Publications on the cost-effectiveness of panitumumab, a biologic with a similar marketing license, are scarce as well [17]. Hoyle et al. [18] reported an ICER for panitumumab in the United Kingdom of €250,580/QALY compared with BSC. The only other report on panitumumab cost-effectiveness was published only as an abstract by Graham et al. [21]. The ICERs reported were for the comparison of panitumumab plus BSC vs. BSC alone as third-line treatment of patients with KRAS (exon 2) wt mCRC. The ICERs were €51,314/LY gained and €59,440/QALY gained. These estimates were based on RCT data only, and the analyses were performed in a Dutch setting. Because the report is in abstract form only, the information presented was limited [17].

An upper bound of €80,000/QALY has been suggested for the Netherlands for the most severe illnesses [22]. Recently, however, there has been discussion on whether drugs used during the last stages of illness (end-of-life products) should be held to a different standard, as is the case in the United Kingdom [23, 24]. If so, a higher threshold might be more appropriate for such drugs. Additionally, the panitumumab indication was changed based on an analysis published by Douillard et al. [25], whereas the cetuximab indication was changed based on the re-analysis of the OPUS and CRYSTAL studies with regard to NRAS and KRAS exons 3 and 4 mutations [26, 27].


Our research showed an incremental effectiveness for use of cetuximab in third-line treatment of KRAS (exon 2) wt mCRC of 0.25 QALYs over BSC in Dutch daily practice. The resulting discounted, deterministic ICERs were €114,907/LY and €133,527/QALY. Drug costs were identified as the main cost driver.



Best supportive care


Colorectal cancer


Epidermal growth factor receptor


Incremental cost-effectiveness ratio




Metastatic colorectal cancer


Overall survival


Progression-free survival


Probabilistic sensitivity analysis


Quality-adjusted life-year


Randomized controlled trial


Wild type



Medical writing assistance was provided by ClinicalThinking, Inc, Hamilton, NJ, USA, and funded by Merck KGaA, Darmstadt, Germany.


This study was a local study funded by Merck BV, the Netherlands, an affiliate of Merck KGaA, Darmstadt, Germany.

Authors’ contributions

EvR and CPP made substantial contributions to the conception and design. EvR, CP, CJAP, and CAU-dG contributed to the collection of data, or analysis and interpretation of data. EvR, CPP, CJAP, and CAU-dG contributed to drafting the manuscript or revising it critically for important intellectual content. EvR, CPP, CJAP, and CAU-dG provided final approval of the version to be published. All authors read and approved the final manuscript.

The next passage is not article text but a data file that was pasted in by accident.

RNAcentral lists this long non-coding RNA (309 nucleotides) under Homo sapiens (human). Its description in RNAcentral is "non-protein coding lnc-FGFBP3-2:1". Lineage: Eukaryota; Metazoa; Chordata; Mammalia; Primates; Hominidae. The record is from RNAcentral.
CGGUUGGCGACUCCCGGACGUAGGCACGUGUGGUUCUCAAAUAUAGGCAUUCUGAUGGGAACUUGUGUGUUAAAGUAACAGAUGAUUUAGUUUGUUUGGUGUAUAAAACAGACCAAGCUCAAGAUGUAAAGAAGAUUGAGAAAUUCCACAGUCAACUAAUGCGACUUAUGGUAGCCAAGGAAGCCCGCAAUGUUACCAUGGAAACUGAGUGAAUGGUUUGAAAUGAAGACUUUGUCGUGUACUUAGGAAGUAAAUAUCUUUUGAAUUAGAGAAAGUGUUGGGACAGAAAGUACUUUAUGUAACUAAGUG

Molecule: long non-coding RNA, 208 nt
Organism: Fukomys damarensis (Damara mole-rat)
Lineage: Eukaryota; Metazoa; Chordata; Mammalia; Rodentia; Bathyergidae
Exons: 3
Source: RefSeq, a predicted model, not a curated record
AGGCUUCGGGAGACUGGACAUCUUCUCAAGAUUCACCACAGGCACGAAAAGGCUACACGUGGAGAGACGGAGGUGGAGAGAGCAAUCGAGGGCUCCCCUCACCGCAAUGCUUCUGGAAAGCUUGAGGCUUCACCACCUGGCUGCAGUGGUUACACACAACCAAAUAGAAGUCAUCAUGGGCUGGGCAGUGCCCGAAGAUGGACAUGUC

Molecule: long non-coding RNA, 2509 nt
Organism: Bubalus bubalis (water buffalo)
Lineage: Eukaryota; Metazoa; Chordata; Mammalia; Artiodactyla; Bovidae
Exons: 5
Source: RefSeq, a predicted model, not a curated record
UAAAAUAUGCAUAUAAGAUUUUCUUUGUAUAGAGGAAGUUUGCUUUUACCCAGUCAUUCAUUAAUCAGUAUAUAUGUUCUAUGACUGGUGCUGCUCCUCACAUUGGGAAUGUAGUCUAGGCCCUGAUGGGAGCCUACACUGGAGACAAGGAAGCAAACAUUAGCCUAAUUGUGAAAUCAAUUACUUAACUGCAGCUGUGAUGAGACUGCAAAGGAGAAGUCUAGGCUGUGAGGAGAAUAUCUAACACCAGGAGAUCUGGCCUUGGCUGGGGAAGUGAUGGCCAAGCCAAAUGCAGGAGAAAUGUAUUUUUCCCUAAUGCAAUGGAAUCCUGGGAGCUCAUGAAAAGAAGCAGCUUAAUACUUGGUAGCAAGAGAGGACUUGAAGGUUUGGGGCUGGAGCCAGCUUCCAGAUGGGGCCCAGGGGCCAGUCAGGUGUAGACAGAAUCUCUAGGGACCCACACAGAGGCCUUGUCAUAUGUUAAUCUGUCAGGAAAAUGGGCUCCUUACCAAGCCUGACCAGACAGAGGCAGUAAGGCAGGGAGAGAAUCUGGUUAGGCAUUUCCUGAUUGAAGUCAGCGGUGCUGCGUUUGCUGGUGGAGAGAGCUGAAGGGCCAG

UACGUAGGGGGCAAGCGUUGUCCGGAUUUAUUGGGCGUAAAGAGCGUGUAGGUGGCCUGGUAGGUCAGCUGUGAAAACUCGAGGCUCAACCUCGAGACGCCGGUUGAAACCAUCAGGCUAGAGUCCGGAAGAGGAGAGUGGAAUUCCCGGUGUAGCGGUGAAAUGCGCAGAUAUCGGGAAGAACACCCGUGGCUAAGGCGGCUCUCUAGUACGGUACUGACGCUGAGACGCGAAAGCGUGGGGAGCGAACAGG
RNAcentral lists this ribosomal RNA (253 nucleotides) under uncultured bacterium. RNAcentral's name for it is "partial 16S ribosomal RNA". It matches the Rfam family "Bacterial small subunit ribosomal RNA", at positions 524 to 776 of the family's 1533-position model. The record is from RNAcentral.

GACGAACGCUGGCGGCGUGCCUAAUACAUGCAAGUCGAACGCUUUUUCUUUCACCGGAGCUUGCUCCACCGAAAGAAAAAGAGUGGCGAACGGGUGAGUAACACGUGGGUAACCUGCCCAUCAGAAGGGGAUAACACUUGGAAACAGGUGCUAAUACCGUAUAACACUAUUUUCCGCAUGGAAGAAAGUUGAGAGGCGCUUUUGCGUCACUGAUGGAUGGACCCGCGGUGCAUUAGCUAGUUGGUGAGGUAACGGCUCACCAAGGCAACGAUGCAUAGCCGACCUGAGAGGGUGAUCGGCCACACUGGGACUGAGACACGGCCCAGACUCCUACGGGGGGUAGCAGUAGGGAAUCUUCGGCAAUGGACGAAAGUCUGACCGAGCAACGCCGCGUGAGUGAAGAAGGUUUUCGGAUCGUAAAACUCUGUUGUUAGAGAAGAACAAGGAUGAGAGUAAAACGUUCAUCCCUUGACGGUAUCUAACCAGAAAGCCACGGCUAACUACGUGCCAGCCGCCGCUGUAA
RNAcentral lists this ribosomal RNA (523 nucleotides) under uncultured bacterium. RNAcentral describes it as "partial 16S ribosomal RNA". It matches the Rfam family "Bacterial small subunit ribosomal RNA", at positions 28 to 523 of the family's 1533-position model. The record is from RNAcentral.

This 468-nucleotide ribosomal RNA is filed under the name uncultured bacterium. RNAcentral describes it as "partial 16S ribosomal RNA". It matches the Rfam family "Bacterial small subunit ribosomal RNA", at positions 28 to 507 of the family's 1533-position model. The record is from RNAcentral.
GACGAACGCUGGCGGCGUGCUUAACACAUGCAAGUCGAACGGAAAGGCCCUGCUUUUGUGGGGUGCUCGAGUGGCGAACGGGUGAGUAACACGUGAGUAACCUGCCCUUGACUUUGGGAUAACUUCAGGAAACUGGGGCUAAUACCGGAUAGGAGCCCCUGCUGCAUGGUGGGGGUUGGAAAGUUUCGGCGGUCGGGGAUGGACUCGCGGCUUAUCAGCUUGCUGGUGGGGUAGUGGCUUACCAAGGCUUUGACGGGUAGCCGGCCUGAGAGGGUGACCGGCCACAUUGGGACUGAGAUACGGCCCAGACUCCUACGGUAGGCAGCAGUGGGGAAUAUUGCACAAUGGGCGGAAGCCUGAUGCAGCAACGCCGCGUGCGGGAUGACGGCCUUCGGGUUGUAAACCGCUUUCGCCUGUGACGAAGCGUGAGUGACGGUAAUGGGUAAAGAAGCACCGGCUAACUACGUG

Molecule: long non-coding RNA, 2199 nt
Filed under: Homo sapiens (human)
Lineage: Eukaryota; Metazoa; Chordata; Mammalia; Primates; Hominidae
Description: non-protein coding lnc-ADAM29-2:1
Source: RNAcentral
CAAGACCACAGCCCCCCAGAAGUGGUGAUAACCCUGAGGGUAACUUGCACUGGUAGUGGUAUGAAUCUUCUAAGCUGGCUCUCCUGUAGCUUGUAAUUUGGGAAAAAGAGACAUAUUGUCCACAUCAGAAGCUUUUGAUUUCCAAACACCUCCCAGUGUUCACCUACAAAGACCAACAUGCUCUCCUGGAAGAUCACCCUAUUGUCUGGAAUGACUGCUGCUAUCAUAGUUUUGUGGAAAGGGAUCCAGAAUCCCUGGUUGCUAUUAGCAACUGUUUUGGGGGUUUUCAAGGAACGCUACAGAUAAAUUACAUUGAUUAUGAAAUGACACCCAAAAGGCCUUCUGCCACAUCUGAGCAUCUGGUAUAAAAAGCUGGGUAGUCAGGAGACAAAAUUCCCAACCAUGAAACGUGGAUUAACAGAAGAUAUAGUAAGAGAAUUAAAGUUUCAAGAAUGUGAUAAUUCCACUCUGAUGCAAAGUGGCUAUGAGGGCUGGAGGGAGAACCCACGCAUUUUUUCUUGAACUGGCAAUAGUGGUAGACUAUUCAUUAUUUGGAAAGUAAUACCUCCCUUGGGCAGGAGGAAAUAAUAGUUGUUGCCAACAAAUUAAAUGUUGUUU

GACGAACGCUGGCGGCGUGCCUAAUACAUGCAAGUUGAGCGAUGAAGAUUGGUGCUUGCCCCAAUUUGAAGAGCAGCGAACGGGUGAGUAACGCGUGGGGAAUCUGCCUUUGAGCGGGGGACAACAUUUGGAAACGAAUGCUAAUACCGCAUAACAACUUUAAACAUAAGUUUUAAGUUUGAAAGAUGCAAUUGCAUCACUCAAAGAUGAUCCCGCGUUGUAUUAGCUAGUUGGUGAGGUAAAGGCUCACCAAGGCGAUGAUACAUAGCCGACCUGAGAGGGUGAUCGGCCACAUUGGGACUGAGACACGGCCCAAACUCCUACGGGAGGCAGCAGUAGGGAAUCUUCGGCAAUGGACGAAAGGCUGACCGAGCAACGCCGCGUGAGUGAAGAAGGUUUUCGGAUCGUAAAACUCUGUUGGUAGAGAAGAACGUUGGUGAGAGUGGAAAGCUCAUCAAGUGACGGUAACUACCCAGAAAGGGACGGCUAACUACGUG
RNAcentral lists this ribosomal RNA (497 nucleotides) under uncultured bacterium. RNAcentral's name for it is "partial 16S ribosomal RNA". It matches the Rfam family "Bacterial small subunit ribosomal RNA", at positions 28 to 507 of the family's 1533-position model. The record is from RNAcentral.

Ethics approval and consent to participate

At each participating site, the medical ethics committee, or the board of directors if medical ethical review was not required at that hospital, provided approval for this study. Participating hospitals included Slotervaartziekenhuis, BovenIJ ziekenhuis, Medisch Centrum Alkmaar, St. Antonius Ziekenhuis, Westfriesgasthuis, Gemini Ziekenhuis, Academisch Medisch Centrum, and Kennemer Gasthuis. Due to the retrospective nature of this study, patient consent was not obtained.

Consent for publication

Not applicable.

Competing interests

C. A. Uyl-de Groot, E. van Rooijen and C. J. A. Punt have no conflicts of interest to disclose. C. P. Pescott was employed by Merck BV during the time the study was conducted.

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Open AccessThis article is distributed under the terms of the Creative Commons Attribution 4.0 International License (, which permits unrestricted use, distribution, and reproduction in any medium, provided you give appropriate credit to the original author(s) and the source, provide a link to the Creative Commons license, and indicate if changes were made.

Authors’ Affiliations

Erasmus School of Health Policy & Management/institute for Medical Technology Assessment, Erasmus University Rotterdam, P.O. Box 1738, 3000 DR Rotterdam, the Netherlands
Erasmus School of Health Policy & Management, Erasmus University Rotterdam, Rotterdam, the Netherlands
Department of Medical Oncology, Academic Medical Center, University of Amsterdam, Amsterdam, the Netherlands
Global Evidence & Value Development, Merck KGaA, Darmstadt, Germany